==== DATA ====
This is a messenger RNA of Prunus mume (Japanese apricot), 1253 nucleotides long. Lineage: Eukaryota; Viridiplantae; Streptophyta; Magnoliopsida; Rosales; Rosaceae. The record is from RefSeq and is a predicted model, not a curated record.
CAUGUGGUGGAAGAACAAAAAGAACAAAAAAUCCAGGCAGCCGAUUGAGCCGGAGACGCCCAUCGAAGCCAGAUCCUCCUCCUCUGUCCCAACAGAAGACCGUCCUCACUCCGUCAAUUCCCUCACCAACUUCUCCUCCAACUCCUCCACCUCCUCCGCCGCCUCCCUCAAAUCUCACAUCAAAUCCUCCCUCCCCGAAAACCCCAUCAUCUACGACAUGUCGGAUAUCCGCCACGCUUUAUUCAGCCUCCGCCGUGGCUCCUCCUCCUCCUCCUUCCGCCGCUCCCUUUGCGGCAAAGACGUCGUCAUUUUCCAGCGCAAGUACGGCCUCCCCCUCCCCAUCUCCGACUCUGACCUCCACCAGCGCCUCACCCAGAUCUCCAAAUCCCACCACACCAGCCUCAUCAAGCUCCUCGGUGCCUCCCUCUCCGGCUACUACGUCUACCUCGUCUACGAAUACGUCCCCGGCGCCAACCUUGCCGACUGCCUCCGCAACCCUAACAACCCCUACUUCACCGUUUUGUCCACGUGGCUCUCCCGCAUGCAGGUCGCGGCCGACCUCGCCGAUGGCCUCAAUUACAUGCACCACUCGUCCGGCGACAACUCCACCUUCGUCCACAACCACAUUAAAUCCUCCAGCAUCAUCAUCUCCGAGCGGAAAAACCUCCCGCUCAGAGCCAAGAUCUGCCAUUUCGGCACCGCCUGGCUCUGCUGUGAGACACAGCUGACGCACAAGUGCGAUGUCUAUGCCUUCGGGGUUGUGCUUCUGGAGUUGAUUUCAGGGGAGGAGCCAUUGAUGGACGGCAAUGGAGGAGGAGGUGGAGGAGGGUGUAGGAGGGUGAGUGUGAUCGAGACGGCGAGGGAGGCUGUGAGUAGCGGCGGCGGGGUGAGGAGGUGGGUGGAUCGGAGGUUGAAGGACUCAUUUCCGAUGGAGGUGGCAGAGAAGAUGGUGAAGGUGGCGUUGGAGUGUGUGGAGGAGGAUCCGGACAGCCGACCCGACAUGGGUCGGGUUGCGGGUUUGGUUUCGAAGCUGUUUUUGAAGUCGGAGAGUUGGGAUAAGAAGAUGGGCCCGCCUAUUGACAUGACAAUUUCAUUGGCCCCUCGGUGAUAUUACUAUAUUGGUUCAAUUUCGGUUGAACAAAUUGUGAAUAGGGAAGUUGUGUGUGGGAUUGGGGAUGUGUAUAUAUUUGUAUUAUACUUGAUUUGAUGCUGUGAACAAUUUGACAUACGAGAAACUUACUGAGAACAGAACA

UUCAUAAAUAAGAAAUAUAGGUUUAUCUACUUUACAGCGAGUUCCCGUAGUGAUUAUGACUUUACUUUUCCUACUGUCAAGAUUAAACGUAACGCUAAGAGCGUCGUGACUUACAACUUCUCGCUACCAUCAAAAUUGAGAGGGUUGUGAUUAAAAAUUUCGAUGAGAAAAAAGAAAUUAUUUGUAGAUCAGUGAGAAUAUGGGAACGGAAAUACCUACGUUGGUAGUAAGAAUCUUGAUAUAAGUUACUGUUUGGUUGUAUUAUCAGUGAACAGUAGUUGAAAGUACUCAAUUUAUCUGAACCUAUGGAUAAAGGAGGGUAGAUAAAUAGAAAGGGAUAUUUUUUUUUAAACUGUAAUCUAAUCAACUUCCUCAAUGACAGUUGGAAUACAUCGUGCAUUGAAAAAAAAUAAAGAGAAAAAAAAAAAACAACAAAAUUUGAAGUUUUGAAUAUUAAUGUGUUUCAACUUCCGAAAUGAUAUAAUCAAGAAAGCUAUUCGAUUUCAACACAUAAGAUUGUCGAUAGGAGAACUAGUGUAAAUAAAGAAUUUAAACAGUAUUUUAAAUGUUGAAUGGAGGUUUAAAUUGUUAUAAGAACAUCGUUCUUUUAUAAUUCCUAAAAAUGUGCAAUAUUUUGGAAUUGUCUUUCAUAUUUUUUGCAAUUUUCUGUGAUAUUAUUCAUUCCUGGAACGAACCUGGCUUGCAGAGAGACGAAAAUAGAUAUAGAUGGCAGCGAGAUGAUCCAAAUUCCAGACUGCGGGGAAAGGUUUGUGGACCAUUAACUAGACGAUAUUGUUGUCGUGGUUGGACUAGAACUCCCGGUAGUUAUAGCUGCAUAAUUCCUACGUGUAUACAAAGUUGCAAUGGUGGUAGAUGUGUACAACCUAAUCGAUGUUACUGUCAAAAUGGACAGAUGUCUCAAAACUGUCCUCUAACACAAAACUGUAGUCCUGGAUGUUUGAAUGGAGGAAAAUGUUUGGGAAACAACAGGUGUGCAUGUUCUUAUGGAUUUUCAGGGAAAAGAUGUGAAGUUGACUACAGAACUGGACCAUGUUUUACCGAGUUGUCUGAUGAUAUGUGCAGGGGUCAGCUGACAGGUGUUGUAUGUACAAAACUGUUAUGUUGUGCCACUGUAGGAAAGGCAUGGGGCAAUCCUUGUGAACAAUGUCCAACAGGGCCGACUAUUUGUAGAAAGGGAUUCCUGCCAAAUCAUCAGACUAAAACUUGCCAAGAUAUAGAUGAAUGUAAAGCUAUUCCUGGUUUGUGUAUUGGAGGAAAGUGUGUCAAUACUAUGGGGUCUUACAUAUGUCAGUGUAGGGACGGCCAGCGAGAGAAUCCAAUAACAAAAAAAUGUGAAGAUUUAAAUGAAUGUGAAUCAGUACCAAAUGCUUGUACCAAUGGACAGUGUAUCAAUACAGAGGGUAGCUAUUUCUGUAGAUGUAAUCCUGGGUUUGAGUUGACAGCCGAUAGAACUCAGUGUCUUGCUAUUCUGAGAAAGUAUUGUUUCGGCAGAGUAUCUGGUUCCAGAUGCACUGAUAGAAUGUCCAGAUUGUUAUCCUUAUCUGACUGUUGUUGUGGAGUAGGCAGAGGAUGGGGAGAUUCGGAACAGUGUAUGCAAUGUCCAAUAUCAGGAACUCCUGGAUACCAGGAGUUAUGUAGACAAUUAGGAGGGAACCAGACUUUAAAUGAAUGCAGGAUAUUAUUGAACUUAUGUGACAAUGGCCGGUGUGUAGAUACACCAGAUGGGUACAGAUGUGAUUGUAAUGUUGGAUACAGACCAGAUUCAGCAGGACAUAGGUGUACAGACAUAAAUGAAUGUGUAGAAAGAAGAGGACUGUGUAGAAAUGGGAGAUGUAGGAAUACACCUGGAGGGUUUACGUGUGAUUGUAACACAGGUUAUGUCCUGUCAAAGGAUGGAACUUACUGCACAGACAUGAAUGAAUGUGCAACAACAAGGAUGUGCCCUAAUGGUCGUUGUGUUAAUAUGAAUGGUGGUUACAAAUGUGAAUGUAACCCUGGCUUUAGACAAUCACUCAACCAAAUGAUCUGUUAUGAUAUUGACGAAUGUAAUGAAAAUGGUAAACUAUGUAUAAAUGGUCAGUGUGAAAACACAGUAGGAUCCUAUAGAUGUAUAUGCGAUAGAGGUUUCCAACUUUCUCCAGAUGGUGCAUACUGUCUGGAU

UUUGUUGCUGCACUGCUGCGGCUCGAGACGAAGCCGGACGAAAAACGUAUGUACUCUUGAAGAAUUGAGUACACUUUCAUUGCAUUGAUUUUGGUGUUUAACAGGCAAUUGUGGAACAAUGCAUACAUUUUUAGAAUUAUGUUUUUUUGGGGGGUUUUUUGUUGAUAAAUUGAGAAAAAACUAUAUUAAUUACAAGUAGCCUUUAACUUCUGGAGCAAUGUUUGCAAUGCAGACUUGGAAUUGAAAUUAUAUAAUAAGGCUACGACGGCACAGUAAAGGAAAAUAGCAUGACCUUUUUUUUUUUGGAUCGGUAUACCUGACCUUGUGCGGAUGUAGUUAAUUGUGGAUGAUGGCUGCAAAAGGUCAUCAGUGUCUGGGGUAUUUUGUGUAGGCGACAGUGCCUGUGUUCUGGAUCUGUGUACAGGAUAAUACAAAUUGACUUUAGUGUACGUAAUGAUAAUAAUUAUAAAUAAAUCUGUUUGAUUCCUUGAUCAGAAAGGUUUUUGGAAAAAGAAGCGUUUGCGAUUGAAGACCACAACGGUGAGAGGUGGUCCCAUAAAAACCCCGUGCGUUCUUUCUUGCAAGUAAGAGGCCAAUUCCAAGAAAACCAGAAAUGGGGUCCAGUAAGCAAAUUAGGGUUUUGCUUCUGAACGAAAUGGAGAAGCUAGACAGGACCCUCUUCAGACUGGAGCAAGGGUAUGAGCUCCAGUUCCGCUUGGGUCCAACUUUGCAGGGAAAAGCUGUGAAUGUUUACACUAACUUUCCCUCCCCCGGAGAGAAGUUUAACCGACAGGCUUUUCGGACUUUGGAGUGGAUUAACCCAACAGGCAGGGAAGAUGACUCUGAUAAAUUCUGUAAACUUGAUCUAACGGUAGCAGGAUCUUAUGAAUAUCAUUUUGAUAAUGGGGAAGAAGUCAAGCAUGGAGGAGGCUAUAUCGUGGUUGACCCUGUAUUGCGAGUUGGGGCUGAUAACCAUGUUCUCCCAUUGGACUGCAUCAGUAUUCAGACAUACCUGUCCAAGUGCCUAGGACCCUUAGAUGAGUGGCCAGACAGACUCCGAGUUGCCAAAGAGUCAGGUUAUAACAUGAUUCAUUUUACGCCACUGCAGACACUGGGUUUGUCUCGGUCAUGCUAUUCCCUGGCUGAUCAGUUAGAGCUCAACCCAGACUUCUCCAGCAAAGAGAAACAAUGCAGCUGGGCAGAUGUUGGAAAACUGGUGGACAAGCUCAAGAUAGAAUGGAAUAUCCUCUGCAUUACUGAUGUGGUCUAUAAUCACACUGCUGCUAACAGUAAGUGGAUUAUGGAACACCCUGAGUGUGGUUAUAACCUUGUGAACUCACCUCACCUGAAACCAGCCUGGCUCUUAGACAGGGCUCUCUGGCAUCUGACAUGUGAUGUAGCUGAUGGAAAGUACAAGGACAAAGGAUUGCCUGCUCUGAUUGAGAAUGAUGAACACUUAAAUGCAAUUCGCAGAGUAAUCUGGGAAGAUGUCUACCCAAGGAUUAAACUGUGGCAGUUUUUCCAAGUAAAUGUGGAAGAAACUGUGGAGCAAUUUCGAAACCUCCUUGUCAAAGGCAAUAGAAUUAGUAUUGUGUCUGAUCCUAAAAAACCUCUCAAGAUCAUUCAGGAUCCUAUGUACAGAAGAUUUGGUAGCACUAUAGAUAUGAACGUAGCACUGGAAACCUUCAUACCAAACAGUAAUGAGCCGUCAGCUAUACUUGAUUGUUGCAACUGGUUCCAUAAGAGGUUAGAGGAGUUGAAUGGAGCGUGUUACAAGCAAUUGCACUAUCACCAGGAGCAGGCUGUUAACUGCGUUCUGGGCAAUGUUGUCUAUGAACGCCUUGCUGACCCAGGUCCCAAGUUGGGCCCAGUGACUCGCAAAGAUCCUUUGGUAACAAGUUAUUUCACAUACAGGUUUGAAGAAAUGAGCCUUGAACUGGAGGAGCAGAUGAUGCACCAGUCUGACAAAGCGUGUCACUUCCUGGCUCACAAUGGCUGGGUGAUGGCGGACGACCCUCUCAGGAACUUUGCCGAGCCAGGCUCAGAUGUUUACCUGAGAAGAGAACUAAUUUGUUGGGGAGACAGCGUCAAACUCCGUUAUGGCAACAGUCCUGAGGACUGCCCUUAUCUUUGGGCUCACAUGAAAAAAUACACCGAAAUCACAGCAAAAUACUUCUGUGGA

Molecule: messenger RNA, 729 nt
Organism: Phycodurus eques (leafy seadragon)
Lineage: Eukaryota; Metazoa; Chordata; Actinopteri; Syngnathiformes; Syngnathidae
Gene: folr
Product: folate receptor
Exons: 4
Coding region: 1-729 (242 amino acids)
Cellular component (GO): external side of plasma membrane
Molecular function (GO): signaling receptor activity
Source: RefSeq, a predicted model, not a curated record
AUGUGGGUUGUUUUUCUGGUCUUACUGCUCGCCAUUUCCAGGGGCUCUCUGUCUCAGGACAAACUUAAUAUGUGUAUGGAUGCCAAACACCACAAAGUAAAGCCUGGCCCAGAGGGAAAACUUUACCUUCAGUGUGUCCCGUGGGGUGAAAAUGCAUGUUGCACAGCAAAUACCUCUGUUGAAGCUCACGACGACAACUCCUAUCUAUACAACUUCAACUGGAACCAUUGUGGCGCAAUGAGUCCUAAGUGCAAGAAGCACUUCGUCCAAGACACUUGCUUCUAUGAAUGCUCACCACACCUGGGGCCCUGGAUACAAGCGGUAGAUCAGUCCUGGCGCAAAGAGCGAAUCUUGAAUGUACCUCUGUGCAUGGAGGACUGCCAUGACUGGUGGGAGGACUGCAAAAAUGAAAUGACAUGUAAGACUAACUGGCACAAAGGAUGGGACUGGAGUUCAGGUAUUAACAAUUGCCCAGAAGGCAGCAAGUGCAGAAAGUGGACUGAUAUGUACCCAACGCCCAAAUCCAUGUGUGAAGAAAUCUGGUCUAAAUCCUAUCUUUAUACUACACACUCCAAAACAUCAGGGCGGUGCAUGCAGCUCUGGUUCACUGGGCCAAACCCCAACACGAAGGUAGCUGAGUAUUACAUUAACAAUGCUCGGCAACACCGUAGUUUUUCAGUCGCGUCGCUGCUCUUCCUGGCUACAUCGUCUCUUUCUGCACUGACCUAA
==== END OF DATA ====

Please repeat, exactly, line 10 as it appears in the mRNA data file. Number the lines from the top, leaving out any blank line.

Exons: 4